Words are everywhere for me lately. That may sound like a big “no, duh ” since I’m a writer, but I’ve been thinking a lot about words lately. Really thinking about them. And not just in that way you do when a really common word suddenly sounds odd to you, like when the word “when” suddenly sounds like it shouldn’t mean anything, like it’s just a sound – when, when, when. Which is what it is after all, but you know what I mean. Or what it means. Or maybe you don’t.
Maybe it’s because the annual Associated Writing Programs conference is just a tad over month away. A couple years ago, when the annual AWP conference was in DC, I heard Luca DiPierro speak on a panel about teaching comics and graphic novels. He said some words, a paraphrase of French writer, Michel Butor, along the lines of “Words are something we look at. Images are also something we read.” So taken was I by this idea that I integrated it into a unit on the role of writing in visual art for an art history through theme course I teach. It wasn’t the looking at words part that struck me. I already taught a whole unit on the idea that words are something we look at in art. It was the images are something we read part. I stress to my students that this doesn’t just mean we look for meaning in images. It goes a bit deeper for DiPierro and a bit freakier for me. It has to do with how DiPierro literally cuts each of his images out of painted paper, cuts them out as individual items without meaning in themselves, and then combines and recombines these items–as a writer does with words–until the meaning is created for him. Blew my mind. Okay, so not so hard to do that. But it’s a rare art “concept” that sticks with me, that’s durable, especially with all the fuzzy, self-indulgent artist statements out there.
So, fast forward to this holiday season – I’m in the BMA gift shop, gathering ideas for a museum store shopping guide article I had in mind (never materialized), and I pick up Austin Kleon’s Steal Like an Artist. A book full of brilliant, if known, morsels of wisdom on how to go about being creative. Love it. Buy it. End up buying it several more times for several friends who are writers. And I look into this Austin Kleon guy, who turns out to be a poet and artist, whose main schtick is those cross-0ut-words-from-newsprint poems. Clever, might try it one day. And then I start to think about whether or not it’s fair to be so dismissive of this form, and I start thinking about it more. About how my vocabulary in the English language is a limited set. About how any writer already works with a limited set of words. About how we choose from that set further limited on any given day by what we dreamed the night before, what we heard on NPR on the way to work, what we experienced in the coffee shop wait line. And about how a sheet of newspaper on any given day is just another limited set of words to draw from.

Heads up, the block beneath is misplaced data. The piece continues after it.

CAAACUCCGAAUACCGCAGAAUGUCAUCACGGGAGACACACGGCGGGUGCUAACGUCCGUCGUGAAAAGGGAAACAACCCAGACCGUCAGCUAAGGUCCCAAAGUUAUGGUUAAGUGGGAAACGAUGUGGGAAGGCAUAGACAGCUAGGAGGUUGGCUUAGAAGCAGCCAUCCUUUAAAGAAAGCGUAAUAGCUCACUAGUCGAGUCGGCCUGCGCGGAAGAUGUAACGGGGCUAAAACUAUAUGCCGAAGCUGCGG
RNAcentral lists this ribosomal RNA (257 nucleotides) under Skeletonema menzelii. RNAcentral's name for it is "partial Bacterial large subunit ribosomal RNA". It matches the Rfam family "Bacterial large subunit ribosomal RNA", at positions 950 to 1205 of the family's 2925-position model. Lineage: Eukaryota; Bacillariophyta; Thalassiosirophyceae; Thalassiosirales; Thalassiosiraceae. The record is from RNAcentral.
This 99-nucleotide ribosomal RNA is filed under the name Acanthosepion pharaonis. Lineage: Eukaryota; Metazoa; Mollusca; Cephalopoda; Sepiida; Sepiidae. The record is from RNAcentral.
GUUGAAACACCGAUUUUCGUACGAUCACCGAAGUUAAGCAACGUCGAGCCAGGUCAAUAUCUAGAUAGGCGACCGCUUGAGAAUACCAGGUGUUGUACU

At the very same time, back in DC again, the Hirshhorn is plastered with words, the whole bottom level, top, sides of it, floor. Barbara Kruger has swathed–avec crew of many men–the entire surface area with a series of words. Imperatives, questions, and pithy flat-out statements confront you in red, white, and black, several feet high. Any of them startling? Not really. Kruger, in this show she has called Belief + Doubt, pulls them from our common experience, chooses words for us from the swirling storm that surrounds us daily. Lays them out for us. Literally. Lays them out to be walked on and read. To force us to crane our necks, stand back, view from above. To see these words and to read. And read into them. To think. About words.
I leave you with these thoughts. These words. Think about them. Play with them. Recombine them. Cross them out and make a poem from the remnants. I think I might just go and do the same.
Heidi Vornbrock Roosa is a grad of the Johns Hopkins MA in Writing program. Her fiction is available in The South Dakota Review, The Summerset Review, and in Shots (as Regina Harvey).